I think there are some things that we can be sure of anyway.
For example, no kind of “cracking”, quantum or otherwise, can decrypt a message without knowledge of the encryption key, provided that a big enough key is used.
I think this can be understood in the following way. Let’s say the two of us are about to exchange some messages, knowing that others can snoop on our messages in transit. Before starting our communication we meet physically and exchange encryption keys. We have 1000 different keys, and each key is long enough to cover a whole message. The encryption scheme could be simply that the key tells us how each byte in the message should be scrambled (e.g. an XOR cipher), but each byte in the key is only used to decipher one byte of the message, no part of the key is ever reused. Apparently this is called a One-time pad.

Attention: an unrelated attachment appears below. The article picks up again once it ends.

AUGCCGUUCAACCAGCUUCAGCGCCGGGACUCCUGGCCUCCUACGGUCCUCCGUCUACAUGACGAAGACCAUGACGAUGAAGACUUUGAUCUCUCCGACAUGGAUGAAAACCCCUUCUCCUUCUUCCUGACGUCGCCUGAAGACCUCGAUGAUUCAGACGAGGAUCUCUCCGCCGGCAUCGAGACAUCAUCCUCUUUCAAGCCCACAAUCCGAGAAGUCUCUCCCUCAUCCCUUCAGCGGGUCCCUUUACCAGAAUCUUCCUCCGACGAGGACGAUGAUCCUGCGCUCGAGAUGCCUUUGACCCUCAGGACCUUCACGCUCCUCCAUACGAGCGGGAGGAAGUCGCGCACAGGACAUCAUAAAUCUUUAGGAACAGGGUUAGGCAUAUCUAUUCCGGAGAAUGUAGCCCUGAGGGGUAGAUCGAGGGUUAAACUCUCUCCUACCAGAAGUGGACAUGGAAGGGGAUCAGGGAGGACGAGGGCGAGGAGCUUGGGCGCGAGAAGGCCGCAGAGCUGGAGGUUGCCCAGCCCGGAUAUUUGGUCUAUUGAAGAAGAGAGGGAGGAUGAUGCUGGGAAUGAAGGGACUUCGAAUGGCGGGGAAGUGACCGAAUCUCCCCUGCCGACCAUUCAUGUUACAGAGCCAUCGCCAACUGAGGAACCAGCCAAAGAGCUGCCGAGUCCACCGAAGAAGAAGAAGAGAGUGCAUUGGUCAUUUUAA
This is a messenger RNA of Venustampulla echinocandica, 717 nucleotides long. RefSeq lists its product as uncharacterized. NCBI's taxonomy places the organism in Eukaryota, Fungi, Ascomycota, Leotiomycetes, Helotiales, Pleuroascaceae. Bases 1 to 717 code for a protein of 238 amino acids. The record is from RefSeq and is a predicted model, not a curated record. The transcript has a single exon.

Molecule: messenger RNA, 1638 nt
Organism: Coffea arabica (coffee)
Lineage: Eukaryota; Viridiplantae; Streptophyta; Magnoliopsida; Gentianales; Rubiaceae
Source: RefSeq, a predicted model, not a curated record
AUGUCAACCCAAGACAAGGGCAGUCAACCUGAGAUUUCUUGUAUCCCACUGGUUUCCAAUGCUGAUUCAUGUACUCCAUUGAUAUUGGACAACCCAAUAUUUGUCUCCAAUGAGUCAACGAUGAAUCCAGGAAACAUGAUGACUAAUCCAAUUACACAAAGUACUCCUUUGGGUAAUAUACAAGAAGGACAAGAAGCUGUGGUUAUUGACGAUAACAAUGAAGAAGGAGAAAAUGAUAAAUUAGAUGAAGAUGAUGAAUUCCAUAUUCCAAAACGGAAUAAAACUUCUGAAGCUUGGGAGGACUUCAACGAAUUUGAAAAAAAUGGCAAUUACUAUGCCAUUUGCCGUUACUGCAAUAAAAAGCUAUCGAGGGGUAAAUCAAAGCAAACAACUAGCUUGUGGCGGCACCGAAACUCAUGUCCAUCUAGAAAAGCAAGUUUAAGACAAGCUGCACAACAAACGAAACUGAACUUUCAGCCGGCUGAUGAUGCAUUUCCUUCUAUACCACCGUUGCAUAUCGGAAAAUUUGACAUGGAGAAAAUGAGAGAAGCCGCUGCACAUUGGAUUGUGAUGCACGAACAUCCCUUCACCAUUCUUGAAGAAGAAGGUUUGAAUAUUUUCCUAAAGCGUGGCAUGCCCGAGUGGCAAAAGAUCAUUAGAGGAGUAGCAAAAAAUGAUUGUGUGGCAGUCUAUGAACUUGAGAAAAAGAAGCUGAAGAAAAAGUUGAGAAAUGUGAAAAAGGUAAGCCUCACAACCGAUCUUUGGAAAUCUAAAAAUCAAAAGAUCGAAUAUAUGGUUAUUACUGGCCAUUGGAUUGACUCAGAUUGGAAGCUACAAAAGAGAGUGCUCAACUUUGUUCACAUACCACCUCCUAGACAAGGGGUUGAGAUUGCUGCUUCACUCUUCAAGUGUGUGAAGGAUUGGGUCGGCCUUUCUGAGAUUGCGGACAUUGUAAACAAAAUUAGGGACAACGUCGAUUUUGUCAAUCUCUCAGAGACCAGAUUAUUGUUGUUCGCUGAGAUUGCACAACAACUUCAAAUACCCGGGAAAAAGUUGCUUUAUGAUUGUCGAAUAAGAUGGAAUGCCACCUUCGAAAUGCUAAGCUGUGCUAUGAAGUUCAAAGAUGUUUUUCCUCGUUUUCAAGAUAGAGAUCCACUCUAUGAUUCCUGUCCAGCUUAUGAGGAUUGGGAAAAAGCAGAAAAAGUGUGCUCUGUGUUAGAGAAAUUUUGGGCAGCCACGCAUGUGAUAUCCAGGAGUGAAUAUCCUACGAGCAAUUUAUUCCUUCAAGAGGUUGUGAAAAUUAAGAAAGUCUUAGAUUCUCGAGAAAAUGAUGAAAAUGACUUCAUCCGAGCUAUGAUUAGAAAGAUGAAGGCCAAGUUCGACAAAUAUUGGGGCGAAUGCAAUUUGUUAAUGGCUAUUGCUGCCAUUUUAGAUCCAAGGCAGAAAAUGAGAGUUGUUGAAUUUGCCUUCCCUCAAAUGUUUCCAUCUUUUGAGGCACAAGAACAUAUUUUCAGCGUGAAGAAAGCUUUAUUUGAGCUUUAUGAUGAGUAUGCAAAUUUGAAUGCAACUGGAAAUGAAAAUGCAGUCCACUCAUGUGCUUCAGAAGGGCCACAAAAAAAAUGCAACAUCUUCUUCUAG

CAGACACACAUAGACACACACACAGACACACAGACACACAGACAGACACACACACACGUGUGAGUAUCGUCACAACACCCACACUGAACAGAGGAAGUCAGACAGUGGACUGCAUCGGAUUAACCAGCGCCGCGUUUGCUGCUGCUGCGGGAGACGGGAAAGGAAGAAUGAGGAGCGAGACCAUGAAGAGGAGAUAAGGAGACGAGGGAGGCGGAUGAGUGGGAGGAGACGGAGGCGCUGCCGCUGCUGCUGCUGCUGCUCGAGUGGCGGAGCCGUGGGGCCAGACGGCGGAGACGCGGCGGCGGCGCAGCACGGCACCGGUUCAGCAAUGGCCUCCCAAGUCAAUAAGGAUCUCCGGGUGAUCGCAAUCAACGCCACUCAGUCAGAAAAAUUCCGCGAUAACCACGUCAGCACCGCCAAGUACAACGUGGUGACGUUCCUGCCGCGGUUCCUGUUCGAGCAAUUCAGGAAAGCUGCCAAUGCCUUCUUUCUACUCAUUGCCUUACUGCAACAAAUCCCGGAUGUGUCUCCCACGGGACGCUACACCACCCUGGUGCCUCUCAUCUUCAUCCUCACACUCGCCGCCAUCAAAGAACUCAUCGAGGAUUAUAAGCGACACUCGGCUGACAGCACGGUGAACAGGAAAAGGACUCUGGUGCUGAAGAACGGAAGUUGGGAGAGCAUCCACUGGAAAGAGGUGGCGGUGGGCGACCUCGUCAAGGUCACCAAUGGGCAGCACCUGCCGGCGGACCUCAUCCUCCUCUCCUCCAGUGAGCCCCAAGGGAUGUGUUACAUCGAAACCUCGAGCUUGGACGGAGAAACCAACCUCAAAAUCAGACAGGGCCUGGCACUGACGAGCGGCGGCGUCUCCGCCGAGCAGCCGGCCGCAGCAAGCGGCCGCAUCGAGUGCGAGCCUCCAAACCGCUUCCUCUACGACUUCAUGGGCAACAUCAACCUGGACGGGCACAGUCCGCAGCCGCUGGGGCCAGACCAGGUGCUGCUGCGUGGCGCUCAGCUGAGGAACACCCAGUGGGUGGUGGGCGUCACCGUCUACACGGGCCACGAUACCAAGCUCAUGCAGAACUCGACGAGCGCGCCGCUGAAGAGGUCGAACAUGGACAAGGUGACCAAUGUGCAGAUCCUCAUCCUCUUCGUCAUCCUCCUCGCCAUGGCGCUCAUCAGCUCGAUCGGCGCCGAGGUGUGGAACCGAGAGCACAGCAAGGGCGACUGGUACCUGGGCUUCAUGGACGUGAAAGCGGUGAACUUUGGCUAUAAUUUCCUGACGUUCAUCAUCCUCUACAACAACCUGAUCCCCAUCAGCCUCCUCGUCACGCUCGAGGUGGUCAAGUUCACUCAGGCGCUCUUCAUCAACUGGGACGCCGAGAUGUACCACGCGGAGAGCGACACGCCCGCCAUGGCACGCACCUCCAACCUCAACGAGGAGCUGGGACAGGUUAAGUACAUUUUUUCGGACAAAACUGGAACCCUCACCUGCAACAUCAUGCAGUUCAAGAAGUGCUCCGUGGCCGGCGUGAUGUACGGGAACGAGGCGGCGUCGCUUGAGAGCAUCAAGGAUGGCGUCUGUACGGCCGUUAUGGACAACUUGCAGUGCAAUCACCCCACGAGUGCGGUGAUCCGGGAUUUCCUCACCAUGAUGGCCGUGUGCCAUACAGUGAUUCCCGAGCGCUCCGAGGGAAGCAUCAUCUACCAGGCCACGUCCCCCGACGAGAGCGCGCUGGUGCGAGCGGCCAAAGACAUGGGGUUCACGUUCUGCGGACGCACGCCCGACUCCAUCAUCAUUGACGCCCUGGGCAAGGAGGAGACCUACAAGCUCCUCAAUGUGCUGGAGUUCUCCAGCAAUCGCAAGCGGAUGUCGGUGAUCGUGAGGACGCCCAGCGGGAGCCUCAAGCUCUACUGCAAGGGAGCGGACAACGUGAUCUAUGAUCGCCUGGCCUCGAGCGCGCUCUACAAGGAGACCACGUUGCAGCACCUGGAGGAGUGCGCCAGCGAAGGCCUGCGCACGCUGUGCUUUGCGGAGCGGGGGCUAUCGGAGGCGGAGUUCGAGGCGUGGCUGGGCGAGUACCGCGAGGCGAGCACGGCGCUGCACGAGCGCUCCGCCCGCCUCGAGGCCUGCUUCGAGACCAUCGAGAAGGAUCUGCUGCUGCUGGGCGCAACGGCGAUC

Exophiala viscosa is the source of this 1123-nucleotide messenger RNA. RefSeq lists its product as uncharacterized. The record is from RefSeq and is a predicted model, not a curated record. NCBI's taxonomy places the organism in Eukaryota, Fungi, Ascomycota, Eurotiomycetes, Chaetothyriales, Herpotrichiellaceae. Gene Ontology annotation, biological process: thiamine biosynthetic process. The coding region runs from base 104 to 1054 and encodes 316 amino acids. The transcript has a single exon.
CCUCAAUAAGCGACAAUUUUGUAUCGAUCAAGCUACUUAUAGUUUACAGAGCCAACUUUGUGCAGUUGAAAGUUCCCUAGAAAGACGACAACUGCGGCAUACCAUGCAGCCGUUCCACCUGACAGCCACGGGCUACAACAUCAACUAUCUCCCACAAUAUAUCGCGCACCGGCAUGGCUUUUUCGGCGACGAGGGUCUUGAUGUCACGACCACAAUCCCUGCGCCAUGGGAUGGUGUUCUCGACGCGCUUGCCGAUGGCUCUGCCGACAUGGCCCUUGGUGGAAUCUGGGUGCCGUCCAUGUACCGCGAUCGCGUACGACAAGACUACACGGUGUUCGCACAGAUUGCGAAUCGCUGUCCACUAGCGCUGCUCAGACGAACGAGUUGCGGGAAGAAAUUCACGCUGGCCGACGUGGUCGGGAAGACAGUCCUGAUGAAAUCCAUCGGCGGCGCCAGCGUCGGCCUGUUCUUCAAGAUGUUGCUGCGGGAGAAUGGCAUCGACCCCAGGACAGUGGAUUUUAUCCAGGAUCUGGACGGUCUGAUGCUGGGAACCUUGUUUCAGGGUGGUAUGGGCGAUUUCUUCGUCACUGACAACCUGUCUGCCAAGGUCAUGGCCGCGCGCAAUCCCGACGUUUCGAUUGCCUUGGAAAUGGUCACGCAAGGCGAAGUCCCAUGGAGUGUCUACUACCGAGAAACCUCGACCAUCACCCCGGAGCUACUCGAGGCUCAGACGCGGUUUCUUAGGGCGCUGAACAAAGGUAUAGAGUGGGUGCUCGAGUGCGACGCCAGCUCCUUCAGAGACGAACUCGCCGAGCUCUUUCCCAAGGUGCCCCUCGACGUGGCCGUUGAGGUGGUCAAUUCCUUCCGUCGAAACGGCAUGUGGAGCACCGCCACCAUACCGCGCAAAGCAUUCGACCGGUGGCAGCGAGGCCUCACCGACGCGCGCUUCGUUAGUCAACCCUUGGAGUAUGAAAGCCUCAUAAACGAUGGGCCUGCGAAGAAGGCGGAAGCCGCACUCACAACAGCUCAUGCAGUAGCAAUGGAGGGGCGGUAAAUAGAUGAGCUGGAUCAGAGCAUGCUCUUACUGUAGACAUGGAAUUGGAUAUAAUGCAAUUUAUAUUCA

If we met physically and exchanged 1000 such keys, we can later send 1000 encrypted messages without ever reusing any of the keys. We could prefix each message with a clear-text number telling the receiver which key to use.
If we did it like that, it would not be possible to “crack” our encryption no matter how cool and powerful quantum computers the snooping people have access to.
The point is that cracking encryption using computing power (quantum or not) is about exploiting the weakness that comes from reusing the same key many times to encrypt a lot of data. If encryption keys are never reused, computing power does not help.
Anyway this is what I think as an amateur cryptographer, please correct me if I’m wrong!